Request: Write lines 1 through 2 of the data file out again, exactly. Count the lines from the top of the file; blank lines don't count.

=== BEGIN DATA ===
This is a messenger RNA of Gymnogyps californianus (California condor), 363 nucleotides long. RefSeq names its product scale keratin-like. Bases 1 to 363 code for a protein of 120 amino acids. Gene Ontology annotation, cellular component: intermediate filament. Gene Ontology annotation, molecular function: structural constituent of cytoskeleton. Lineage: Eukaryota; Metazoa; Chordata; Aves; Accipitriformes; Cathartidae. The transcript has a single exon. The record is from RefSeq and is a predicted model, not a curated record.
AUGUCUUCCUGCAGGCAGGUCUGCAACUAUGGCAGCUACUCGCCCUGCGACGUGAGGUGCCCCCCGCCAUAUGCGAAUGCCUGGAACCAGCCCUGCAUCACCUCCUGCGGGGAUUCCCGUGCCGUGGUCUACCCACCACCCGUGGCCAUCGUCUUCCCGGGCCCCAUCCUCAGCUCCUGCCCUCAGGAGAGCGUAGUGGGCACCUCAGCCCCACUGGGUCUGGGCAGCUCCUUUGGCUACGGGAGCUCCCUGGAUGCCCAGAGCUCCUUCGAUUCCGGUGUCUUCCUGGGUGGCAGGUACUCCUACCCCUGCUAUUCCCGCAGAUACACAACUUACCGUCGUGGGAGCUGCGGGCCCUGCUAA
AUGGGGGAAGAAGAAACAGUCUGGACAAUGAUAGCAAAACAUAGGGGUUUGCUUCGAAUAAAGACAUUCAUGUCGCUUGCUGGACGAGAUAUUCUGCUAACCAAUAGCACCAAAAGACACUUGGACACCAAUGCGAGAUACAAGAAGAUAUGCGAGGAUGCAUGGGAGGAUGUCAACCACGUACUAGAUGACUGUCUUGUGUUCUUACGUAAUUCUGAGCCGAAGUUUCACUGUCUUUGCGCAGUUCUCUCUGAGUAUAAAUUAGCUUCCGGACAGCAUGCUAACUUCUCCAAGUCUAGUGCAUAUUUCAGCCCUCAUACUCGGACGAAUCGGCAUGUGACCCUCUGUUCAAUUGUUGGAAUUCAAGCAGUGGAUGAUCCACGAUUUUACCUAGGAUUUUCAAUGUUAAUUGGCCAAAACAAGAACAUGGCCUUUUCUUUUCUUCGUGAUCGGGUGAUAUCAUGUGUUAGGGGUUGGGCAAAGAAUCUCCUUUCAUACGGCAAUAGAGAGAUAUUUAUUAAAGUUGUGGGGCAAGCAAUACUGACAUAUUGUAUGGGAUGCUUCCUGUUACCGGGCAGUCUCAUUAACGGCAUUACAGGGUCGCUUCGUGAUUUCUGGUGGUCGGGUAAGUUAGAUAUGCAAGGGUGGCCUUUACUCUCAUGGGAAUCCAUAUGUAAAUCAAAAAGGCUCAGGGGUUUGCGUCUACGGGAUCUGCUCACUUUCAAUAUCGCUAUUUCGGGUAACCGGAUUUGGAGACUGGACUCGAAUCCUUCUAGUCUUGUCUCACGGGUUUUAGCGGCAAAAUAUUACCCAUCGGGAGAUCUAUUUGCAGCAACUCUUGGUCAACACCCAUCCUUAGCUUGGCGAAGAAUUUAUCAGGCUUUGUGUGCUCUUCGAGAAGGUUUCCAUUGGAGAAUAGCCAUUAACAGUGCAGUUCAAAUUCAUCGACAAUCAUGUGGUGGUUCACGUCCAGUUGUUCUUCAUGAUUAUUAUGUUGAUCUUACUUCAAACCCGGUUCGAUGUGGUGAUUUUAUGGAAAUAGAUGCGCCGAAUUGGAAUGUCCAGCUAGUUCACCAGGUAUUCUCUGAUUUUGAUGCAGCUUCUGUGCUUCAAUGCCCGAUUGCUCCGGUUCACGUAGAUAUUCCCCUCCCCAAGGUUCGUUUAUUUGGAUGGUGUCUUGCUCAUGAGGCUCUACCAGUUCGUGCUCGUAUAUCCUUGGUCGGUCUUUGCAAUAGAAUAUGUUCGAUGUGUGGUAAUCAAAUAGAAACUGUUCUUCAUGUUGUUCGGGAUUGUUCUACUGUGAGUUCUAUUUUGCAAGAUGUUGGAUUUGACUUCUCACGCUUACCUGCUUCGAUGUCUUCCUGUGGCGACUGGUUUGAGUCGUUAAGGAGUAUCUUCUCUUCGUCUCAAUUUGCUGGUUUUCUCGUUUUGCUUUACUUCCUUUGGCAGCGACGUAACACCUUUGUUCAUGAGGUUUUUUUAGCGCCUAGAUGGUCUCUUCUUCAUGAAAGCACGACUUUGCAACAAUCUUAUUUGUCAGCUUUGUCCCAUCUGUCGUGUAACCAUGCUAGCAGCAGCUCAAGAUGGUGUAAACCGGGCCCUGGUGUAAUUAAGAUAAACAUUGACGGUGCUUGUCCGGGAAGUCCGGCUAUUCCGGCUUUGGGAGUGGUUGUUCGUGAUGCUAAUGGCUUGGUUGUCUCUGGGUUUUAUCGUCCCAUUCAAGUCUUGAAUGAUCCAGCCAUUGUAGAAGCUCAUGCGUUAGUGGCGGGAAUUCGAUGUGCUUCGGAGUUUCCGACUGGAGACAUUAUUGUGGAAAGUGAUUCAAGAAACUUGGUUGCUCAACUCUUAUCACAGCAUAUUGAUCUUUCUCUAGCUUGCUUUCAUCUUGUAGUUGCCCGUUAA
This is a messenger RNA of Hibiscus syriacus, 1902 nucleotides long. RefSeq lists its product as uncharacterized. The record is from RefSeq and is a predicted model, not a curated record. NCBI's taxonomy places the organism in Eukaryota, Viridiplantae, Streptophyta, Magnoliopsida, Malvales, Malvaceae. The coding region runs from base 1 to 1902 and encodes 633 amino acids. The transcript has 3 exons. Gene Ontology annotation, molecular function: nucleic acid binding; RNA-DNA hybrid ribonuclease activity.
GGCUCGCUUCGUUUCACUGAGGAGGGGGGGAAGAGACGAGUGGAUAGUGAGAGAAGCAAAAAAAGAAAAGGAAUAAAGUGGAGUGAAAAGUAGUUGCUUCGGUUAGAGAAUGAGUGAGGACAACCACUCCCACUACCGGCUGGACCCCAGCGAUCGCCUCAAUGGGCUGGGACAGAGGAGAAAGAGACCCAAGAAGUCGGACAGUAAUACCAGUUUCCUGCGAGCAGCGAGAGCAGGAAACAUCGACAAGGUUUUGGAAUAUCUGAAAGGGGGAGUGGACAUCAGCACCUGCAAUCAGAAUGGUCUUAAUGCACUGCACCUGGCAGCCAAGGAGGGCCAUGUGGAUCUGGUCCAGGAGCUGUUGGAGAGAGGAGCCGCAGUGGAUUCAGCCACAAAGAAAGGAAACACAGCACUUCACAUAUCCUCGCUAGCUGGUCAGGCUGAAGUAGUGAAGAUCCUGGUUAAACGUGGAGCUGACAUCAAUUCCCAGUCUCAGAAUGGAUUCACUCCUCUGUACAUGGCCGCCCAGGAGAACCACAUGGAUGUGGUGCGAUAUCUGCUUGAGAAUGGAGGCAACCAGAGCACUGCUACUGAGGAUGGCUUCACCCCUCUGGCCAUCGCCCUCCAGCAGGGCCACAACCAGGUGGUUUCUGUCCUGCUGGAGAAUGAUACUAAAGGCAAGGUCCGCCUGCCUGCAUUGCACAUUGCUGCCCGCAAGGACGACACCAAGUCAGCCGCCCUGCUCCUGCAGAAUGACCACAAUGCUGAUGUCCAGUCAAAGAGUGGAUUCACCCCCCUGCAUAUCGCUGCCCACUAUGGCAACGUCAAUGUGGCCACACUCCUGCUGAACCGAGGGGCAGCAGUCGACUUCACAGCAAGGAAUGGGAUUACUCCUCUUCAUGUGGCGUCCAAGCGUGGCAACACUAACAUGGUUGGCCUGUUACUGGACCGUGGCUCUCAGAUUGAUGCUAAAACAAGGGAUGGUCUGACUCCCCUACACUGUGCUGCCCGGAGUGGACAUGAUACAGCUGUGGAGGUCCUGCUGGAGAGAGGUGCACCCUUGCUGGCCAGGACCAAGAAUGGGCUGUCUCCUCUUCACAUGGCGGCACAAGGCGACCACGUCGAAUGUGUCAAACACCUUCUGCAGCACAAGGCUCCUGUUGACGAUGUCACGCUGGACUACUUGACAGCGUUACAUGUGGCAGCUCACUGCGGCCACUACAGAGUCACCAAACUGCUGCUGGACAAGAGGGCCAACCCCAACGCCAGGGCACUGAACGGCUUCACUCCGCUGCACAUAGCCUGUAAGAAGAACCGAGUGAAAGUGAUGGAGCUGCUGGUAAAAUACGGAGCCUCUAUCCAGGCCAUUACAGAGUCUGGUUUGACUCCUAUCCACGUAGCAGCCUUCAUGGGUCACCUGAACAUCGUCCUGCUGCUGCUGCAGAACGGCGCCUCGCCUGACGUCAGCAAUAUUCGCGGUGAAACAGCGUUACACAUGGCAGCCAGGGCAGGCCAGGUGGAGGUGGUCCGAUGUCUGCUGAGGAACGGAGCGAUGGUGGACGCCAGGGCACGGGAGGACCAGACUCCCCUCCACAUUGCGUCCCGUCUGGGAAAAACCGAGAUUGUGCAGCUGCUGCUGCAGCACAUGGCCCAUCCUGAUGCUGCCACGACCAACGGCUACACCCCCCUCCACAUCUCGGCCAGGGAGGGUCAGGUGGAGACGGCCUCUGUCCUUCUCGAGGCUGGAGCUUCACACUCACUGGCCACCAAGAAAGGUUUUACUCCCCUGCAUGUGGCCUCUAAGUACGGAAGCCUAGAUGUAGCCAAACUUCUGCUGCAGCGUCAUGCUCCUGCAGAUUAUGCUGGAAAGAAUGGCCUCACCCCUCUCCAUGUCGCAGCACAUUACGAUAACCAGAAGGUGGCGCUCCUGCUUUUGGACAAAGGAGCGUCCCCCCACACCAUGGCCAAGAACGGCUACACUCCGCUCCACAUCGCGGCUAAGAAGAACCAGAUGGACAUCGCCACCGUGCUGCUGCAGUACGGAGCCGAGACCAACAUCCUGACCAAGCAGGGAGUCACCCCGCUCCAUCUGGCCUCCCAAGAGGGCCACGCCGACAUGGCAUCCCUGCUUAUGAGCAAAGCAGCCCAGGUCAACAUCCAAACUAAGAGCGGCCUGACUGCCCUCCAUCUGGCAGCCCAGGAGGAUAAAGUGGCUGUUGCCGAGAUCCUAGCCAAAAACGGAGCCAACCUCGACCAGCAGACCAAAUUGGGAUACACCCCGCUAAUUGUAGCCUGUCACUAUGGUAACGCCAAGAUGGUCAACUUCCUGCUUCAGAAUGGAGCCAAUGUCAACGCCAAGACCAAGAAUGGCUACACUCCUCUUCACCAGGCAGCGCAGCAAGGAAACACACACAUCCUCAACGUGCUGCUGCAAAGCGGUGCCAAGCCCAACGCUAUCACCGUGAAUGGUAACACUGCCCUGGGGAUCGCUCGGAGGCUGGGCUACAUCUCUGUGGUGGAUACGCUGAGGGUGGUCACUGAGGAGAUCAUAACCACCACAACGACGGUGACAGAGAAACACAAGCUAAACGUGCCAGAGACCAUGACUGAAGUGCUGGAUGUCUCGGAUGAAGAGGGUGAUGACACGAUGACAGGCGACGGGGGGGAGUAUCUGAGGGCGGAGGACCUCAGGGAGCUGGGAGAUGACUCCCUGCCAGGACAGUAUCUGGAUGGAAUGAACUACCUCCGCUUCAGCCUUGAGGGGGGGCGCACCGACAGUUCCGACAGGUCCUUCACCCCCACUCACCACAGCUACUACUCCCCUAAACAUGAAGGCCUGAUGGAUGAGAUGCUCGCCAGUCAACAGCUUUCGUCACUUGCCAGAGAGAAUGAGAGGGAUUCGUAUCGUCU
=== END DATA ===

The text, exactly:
This is a messenger RNA of Gymnogyps californianus (California condor), 363 nucleotides long. RefSeq names its product scale keratin-like. Bases 1 to 363 code for a protein of 120 amino acids. Gene Ontology annotation, cellular component: intermediate filament. Gene Ontology annotation, molecular function: structural constituent of cytoskeleton. Lineage: Eukaryota; Metazoa; Chordata; Aves; Accipitriformes; Cathartidae. The transcript has a single exon. The record is from RefSeq and is a predicted model, not a curated record.
AUGUCUUCCUGCAGGCAGGUCUGCAACUAUGGCAGCUACUCGCCCUGCGACGUGAGGUGCCCCCCGCCAUAUGCGAAUGCCUGGAACCAGCCCUGCAUCACCUCCUGCGGGGAUUCCCGUGCCGUGGUCUACCCACCACCCGUGGCCAUCGUCUUCCCGGGCCCCAUCCUCAGCUCCUGCCCUCAGGAGAGCGUAGUGGGCACCUCAGCCCCACUGGGUCUGGGCAGCUCCUUUGGCUACGGGAGCUCCCUGGAUGCCCAGAGCUCCUUCGAUUCCGGUGUCUUCCUGGGUGGCAGGUACUCCUACCCCUGCUAUUCCCGCAGAUACACAACUUACCGUCGUGGGAGCUGCGGGCCCUGCUAA